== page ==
Groups credit public for Zimmerman charges
Civil rights group leaders say outcry led to further investigation
A day after George Zimmerman was arrested and charged with second-degree murder in the shooting death of Trayvon Martin, civil rights group leaders are crediting the public for pushing lawmakers and law enforcement to take action.
As special prosecutor Angela Corey announced the murder charge Wednesday, she stressed pressure from the public did not play a role in her investigation.
Some civil rights group leaders say the case wouldn't have been investigated at all if it weren't for public pressure.
"For three weeks, nothing happened after Trayvon's death," said Isaiah Rumlin, president of the Jacksonville branch of the National Association for the Advancement of Colored People. "But when social media and demonstration began and the pressure was put on the governor to appoint a special prosecutor, at that point, you saw the wheel of justice begin to turn."
Thousands of people rallied around the case, marching in Sanford, in Jacksonville and around the state and country.
"Public pressure brought about this new thorough investigation, not the charges necessarily, but that there would be a more thorough investigation," said Howard Simon, executive director of the American Civil Liberties Union.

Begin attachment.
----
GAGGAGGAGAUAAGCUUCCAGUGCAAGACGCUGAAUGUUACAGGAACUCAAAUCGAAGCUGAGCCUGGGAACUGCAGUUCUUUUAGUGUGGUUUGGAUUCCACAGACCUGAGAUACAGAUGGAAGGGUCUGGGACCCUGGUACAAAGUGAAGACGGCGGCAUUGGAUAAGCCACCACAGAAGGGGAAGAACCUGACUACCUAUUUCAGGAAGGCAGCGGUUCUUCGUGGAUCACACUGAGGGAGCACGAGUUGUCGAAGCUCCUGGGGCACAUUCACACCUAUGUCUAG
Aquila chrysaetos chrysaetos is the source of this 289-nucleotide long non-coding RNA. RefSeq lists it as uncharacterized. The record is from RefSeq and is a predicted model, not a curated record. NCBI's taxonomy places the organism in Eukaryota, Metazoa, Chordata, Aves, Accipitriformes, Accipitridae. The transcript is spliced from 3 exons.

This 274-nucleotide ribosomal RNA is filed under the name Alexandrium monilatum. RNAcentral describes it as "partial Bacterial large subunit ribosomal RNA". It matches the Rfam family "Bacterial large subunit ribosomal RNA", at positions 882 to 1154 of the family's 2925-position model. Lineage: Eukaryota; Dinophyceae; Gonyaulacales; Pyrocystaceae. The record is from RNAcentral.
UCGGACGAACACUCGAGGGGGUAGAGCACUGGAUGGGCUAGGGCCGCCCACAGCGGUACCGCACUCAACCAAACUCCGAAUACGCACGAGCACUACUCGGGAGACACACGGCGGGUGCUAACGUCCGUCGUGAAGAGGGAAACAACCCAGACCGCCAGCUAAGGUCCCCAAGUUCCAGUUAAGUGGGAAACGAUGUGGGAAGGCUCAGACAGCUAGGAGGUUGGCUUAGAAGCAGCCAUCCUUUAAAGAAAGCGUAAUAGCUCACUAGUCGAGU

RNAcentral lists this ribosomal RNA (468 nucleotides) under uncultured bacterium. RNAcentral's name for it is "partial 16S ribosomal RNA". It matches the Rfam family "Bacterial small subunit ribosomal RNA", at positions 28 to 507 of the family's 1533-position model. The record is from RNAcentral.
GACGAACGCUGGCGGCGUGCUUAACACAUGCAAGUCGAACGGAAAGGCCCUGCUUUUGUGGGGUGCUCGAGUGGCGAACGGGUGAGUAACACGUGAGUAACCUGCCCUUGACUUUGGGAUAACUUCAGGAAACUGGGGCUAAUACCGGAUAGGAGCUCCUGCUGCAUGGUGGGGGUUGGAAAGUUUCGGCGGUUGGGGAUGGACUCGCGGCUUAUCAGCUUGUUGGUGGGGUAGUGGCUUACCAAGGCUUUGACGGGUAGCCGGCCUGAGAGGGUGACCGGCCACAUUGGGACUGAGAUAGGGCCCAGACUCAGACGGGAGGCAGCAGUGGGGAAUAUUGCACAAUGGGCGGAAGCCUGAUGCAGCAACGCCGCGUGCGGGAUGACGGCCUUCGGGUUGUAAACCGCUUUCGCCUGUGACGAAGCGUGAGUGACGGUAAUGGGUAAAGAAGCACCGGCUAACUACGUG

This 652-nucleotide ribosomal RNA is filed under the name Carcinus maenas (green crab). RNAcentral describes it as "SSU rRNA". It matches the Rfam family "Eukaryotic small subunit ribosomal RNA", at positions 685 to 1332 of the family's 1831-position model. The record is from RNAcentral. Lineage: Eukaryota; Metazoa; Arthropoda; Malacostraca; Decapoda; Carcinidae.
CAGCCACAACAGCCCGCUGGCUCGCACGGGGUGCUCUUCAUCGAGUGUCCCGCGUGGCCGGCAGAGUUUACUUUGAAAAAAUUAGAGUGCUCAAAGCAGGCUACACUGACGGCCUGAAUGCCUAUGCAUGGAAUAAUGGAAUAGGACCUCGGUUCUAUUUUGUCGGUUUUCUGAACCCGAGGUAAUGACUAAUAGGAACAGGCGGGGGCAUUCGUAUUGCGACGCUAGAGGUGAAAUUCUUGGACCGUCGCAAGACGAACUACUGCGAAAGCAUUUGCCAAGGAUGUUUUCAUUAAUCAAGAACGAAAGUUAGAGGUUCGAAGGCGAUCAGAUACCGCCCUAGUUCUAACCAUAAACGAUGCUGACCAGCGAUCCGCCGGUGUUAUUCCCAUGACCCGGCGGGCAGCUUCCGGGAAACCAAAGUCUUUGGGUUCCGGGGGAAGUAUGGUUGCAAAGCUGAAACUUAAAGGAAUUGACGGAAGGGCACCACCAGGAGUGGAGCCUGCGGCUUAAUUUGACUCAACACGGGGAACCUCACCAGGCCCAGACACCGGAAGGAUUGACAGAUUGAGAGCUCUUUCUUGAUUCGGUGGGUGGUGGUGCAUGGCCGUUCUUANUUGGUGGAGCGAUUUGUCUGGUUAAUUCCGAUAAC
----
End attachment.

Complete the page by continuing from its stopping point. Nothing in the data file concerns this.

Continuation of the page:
Race and Florida's "stand your ground" law was at the heart of the debate.
"It just reminds us of where we've been, where we've come and how much further we need to go as its related to relationships in this country and equal justice," said Pastor R.L. Gundy, president of the Southern Christian Leadership Conference.
The Jacksonville Community Council Inc. has done extensive studies on race for a number of years. Officials say no matter what side people are on, it's about perception.
"People's perceptions are guided by their own personal experiences, history and heritage, and because of that, we will look at the same incident, and it doesn't matter what the incident is, and we will see it with different eyes," said Ben Warner, president and CEO of JCCI.
Local civil rights groups leaders say they'll be watching the case closely and hope to be part of the task force scheduled to study the stand your ground law.
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